Charles Gibbs

This article is about the American pirate. For the Canadian politician, Charles Lionel Gibbs, see Lionel Gibbs.

Charles Gibbs (November 5, 1798 – April 25, 1831) was an American pirate (real name James D. Jeffers) who was one of the last active in the Caribbean during the early-19th century and was among the last executed for piracy by the United States.

His career, like many others during this time, was marked by violence and brutality. Shortly before his execution, Jeffers admitted to have been involved in the killing of as many as 400 victims. His confessions during his imprisonment and trial detailing his career were recorded and published following his death and remained popular reading throughout the mid 19th century.[1] However, given the sensationalistic nature of these accounts, historians have questioned the accuracy of Jeffers's confessions.[2]


Born in Newport, Rhode Island on November 5, 1798, he was the son of a Newport sea captain who had served as an American privateer during the Revolutionary War. Jeffers would later claim to have enlisted in the United States Navy during the War of 1812 and to have served under James Lawrence on the USS Hornet and Chesapeake before being captured following a battle with the HMS Shannon in Boston Harbor in 1813. Later investigations into these claims proved this to be untrue. (Before his hanging, he admitted to having first gone to sea aboard a Newport-based brig called the Brutus in 1816, aged 17).

By his own account, he was involved in privateering starting in 1816 aboard a Margarita Island-based schooner called the Maria. During a cruise Jeffers took part in a mutiny after which the crew abandoned their letter of marque from Cartagena, Colombia and began engaging in piracy. Jeffers told his biographers that he was named navigator of the Maria, and claimed to have eventually assumed the captain's role. Stories later circulated as to how, during his time in the Caribbean and the Gulf of Mexico, he became known for his cruel treatment of prisoners. He was said to have once had the arms and legs chopped off of a captured captain and, in another incident, ordered an entire merchantman's crew to be burned alive after setting fire to the ship. (No contemporary accounts mention these episodes, which appear to have been invented by later writers.)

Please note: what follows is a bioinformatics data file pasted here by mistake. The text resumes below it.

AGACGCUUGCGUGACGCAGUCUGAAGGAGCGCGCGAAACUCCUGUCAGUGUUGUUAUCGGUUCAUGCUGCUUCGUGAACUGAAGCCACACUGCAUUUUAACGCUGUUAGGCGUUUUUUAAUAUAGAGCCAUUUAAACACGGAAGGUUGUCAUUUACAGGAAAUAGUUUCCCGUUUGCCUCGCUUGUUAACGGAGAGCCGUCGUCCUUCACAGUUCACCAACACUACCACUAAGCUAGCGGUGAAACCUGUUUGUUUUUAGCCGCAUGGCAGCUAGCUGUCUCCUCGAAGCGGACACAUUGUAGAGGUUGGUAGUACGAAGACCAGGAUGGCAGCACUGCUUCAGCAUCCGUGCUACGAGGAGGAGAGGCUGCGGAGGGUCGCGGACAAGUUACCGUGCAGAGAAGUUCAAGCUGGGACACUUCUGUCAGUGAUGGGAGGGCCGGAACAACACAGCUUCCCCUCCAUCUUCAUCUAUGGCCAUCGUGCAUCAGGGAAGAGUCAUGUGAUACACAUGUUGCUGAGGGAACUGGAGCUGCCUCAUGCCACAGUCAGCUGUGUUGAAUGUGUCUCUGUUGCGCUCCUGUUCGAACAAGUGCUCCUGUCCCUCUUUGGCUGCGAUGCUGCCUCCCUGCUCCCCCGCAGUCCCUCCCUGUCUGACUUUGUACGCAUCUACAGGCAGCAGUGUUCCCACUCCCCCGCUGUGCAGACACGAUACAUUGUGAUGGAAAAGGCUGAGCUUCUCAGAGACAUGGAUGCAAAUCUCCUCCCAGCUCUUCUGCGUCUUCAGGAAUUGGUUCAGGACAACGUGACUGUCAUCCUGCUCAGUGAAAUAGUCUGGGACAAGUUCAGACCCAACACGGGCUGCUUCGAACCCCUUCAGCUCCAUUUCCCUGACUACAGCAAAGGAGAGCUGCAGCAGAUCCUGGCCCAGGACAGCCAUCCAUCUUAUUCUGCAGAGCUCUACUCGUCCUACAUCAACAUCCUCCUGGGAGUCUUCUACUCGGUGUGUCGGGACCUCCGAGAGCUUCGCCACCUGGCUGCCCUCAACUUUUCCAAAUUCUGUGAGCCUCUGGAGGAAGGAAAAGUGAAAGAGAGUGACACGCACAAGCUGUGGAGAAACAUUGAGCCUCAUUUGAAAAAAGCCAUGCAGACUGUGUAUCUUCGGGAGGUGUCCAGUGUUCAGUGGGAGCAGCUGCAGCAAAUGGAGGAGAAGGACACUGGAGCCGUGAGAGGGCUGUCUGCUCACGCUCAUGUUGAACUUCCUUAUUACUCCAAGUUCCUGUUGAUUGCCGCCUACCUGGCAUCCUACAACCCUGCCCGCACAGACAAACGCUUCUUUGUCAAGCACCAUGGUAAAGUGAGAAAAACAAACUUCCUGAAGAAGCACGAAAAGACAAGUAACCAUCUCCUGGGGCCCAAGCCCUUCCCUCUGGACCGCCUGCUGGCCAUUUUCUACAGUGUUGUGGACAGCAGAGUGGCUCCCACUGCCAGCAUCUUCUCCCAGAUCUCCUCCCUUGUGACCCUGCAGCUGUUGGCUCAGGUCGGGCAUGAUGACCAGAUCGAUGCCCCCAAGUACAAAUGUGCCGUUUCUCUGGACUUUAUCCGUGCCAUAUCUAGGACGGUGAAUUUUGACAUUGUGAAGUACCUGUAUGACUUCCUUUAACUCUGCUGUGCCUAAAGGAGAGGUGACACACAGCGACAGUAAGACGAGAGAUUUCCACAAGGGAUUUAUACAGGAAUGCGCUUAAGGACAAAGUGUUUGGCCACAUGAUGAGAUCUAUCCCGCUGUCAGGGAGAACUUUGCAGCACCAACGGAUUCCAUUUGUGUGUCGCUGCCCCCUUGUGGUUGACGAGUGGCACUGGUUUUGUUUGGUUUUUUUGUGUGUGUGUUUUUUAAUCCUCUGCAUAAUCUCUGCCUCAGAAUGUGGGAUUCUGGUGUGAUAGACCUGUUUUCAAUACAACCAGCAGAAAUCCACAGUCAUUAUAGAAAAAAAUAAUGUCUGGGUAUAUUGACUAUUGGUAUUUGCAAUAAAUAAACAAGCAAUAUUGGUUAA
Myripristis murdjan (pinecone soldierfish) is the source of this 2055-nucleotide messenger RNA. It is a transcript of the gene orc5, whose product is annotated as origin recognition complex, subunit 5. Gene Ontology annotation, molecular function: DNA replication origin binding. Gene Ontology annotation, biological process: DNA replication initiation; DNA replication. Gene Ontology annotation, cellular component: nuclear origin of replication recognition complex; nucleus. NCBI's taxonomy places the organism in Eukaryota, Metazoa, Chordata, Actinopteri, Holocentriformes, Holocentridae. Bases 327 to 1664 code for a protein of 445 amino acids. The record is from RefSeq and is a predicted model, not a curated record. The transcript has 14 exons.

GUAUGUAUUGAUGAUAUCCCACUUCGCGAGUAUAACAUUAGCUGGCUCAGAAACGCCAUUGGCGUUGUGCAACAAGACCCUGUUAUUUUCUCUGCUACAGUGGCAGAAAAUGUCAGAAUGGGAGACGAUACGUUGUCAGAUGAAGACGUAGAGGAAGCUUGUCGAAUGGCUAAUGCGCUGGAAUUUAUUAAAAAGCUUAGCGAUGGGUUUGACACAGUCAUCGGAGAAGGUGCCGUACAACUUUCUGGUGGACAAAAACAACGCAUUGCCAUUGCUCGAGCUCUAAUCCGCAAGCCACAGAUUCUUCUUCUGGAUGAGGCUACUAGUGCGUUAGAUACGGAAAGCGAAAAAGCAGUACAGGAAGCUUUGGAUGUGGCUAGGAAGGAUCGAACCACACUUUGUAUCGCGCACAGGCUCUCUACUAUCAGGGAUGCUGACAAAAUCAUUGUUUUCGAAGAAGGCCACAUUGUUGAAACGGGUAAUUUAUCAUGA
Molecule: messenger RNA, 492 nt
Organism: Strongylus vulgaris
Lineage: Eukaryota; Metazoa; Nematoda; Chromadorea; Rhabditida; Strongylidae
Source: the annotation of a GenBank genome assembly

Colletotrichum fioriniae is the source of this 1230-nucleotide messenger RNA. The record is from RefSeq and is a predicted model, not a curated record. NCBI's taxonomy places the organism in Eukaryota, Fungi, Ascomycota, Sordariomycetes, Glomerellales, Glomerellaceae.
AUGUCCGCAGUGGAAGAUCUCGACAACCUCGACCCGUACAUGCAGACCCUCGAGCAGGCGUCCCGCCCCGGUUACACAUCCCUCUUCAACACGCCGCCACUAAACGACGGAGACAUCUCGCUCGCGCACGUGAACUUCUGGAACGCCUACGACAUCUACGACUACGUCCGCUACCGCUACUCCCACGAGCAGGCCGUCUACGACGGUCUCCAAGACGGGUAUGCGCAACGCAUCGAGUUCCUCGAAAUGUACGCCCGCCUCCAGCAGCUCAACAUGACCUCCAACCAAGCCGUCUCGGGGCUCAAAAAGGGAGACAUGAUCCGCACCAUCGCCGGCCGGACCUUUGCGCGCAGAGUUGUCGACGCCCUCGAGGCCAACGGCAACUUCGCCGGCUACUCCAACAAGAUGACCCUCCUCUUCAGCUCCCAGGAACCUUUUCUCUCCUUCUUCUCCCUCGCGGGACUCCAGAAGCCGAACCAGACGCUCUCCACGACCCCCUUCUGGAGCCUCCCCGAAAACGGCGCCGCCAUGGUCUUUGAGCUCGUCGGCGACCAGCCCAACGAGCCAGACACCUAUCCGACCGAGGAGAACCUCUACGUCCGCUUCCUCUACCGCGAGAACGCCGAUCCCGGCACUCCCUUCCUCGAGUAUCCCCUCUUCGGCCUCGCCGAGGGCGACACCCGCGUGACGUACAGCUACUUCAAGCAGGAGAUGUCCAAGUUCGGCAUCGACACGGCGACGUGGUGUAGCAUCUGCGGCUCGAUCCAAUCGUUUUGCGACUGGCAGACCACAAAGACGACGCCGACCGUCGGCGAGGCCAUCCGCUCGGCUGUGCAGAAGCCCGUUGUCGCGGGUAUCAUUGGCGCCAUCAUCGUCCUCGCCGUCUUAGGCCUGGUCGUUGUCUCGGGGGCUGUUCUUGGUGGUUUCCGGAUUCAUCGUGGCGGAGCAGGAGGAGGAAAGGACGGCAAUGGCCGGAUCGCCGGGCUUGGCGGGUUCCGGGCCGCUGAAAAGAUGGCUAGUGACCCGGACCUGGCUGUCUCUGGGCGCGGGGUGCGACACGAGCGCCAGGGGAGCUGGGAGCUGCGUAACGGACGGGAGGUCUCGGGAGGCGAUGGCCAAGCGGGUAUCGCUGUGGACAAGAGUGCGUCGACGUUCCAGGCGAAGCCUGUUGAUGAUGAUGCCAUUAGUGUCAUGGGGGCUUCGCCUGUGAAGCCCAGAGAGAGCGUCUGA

On October 21, 1821, Jeffers encountered the brig USS Enterprise under Lieutenant Commander Lawrence Kearny while his fleet of four ships were attacking three merchantmen off Cape Antonio, Cuba. Despite outnumbering the USS Enterprise, Jeffers's fleet was destroyed after a short battle and he was forced to flee into the jungle with his men.[3]

Little is known about his life immediately following his escape. He claimed to have resided in the United States by 1825, and to have served Argentina in the Cisplatine War as both a regular naval officer and as commander of a privateer. Following a reputed voyage to North Africa to join the Barbary Corsairs, Jeffers was eventually forced to find work as a sailor again. After signing with the brig Vineyard (using the Charles Gibbs alias), he and Thomas J. Wansley (and several others) led a mutiny, killing the captain and his first mate on the night of November 23, 1830 in an attempt to seize its cargo of silver.

The mutineers headed for Long Island where they scuttled the vessel and came ashore, several mutineers losing their lives in rough waters which also claimed much of their loot. After only a few days ashore Jeffers, Wansley, and two others were captured and taken to prison in New York City (other accounts incorrectly claim he was executed in New Orleans)[4] where he and Wansley were tried and convicted of mutiny and murder in 1831. Incarcerated at Bridewell Prison and then moved to Bellevue Prison, they were eventually hanged at Ellis Island on April 22, 1831.[5]

Gibbs' skull is on display in the museum of the General Society of Mechanics and Tradesmen.

Further reading


  1. Confession of Charles Gibbs, the pirate, who was executed on the 22nd of April, 1831. New York: C. Brown, 1831.
  2. Gibbs, Joseph. "Dead Men Tell no Tales: The Lives and Legends of the Pirate Charles Gibbs" (pdf). Retrieved 2007-04-05.
  3. Botting, Douglas. The Pirates (The Seafarers; v.1). Alexandria, Virginia: Time-Life Books, 1978. (pg. 181) ISBN 0-8094-2652-8
  4. Hunt, Gaillard. Life in America One Hundred Years Ago'. New York: Harper & Brothers, 1914. (pg. 161)
  5. Gibbs, Charles. "Death Notices, Western Weekly Review, 1831". Archived from the original on 2007-09-29. Retrieved 2007-04-05.

External links

This article is issued from Wikipedia - version of the 11/16/2016. The text is available under the Creative Commons Attribution/Share Alike but additional terms may apply for the media files.